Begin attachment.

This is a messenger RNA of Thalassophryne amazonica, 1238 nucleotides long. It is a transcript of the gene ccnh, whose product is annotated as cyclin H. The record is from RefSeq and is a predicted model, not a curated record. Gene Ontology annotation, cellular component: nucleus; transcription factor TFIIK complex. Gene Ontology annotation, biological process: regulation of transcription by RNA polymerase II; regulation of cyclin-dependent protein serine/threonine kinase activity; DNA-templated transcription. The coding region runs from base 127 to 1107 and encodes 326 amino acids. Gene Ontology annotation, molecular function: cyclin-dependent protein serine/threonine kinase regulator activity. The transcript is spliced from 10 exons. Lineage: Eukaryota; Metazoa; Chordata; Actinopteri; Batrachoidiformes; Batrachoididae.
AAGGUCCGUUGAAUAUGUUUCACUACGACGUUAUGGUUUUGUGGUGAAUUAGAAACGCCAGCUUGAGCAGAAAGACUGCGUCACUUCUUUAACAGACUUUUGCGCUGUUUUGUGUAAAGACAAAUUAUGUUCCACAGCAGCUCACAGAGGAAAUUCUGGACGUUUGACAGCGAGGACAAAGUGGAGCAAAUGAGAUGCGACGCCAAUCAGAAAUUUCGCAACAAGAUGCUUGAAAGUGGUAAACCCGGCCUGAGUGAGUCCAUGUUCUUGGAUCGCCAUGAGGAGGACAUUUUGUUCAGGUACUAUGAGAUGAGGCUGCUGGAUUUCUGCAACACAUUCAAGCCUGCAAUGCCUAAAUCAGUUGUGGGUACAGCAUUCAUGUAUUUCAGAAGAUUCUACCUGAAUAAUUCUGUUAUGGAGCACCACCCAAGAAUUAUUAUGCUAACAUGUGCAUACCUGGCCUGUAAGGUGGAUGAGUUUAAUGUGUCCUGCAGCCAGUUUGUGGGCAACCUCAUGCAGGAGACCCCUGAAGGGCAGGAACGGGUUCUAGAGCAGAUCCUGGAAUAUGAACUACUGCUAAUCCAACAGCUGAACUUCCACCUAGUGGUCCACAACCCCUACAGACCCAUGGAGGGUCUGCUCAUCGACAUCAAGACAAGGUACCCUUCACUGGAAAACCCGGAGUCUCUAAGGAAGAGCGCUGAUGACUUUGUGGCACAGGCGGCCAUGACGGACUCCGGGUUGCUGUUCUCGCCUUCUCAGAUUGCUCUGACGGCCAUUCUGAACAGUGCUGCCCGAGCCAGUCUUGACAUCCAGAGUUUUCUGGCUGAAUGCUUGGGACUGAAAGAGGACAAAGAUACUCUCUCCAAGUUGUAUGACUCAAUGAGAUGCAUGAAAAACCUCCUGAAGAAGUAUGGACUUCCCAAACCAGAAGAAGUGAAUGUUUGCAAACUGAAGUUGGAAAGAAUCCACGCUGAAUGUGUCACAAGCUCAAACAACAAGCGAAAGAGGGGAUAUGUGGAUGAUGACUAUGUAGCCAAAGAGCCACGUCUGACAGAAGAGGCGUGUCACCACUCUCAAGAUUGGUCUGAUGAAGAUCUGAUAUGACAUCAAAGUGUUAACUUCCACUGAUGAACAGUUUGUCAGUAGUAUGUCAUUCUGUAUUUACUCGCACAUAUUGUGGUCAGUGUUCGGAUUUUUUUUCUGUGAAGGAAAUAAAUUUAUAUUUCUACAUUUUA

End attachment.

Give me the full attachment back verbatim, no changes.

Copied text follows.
This is a messenger RNA of Thalassophryne amazonica, 1238 nucleotides long. It is a transcript of the gene ccnh, whose product is annotated as cyclin H. The record is from RefSeq and is a predicted model, not a curated record. Gene Ontology annotation, cellular component: nucleus; transcription factor TFIIK complex. Gene Ontology annotation, biological process: regulation of transcription by RNA polymerase II; regulation of cyclin-dependent protein serine/threonine kinase activity; DNA-templated transcription. The coding region runs from base 127 to 1107 and encodes 326 amino acids. Gene Ontology annotation, molecular function: cyclin-dependent protein serine/threonine kinase regulator activity. The transcript is spliced from 10 exons. Lineage: Eukaryota; Metazoa; Chordata; Actinopteri; Batrachoidiformes; Batrachoididae.
AAGGUCCGUUGAAUAUGUUUCACUACGACGUUAUGGUUUUGUGGUGAAUUAGAAACGCCAGCUUGAGCAGAAAGACUGCGUCACUUCUUUAACAGACUUUUGCGCUGUUUUGUGUAAAGACAAAUUAUGUUCCACAGCAGCUCACAGAGGAAAUUCUGGACGUUUGACAGCGAGGACAAAGUGGAGCAAAUGAGAUGCGACGCCAAUCAGAAAUUUCGCAACAAGAUGCUUGAAAGUGGUAAACCCGGCCUGAGUGAGUCCAUGUUCUUGGAUCGCCAUGAGGAGGACAUUUUGUUCAGGUACUAUGAGAUGAGGCUGCUGGAUUUCUGCAACACAUUCAAGCCUGCAAUGCCUAAAUCAGUUGUGGGUACAGCAUUCAUGUAUUUCAGAAGAUUCUACCUGAAUAAUUCUGUUAUGGAGCACCACCCAAGAAUUAUUAUGCUAACAUGUGCAUACCUGGCCUGUAAGGUGGAUGAGUUUAAUGUGUCCUGCAGCCAGUUUGUGGGCAACCUCAUGCAGGAGACCCCUGAAGGGCAGGAACGGGUUCUAGAGCAGAUCCUGGAAUAUGAACUACUGCUAAUCCAACAGCUGAACUUCCACCUAGUGGUCCACAACCCCUACAGACCCAUGGAGGGUCUGCUCAUCGACAUCAAGACAAGGUACCCUUCACUGGAAAACCCGGAGUCUCUAAGGAAGAGCGCUGAUGACUUUGUGGCACAGGCGGCCAUGACGGACUCCGGGUUGCUGUUCUCGCCUUCUCAGAUUGCUCUGACGGCCAUUCUGAACAGUGCUGCCCGAGCCAGUCUUGACAUCCAGAGUUUUCUGGCUGAAUGCUUGGGACUGAAAGAGGACAAAGAUACUCUCUCCAAGUUGUAUGACUCAAUGAGAUGCAUGAAAAACCUCCUGAAGAAGUAUGGACUUCCCAAACCAGAAGAAGUGAAUGUUUGCAAACUGAAGUUGGAAAGAAUCCACGCUGAAUGUGUCACAAGCUCAAACAACAAGCGAAAGAGGGGAUAUGUGGAUGAUGACUAUGUAGCCAAAGAGCCACGUCUGACAGAAGAGGCGUGUCACCACUCUCAAGAUUGGUCUGAUGAAGAUCUGAUAUGACAUCAAAGUGUUAACUUCCACUGAUGAACAGUUUGUCAGUAGUAUGUCAUUCUGUAUUUACUCGCACAUAUUGUGGUCAGUGUUCGGAUUUUUUUUCUGUGAAGGAAAUAAAUUUAUAUUUCUACAUUUUA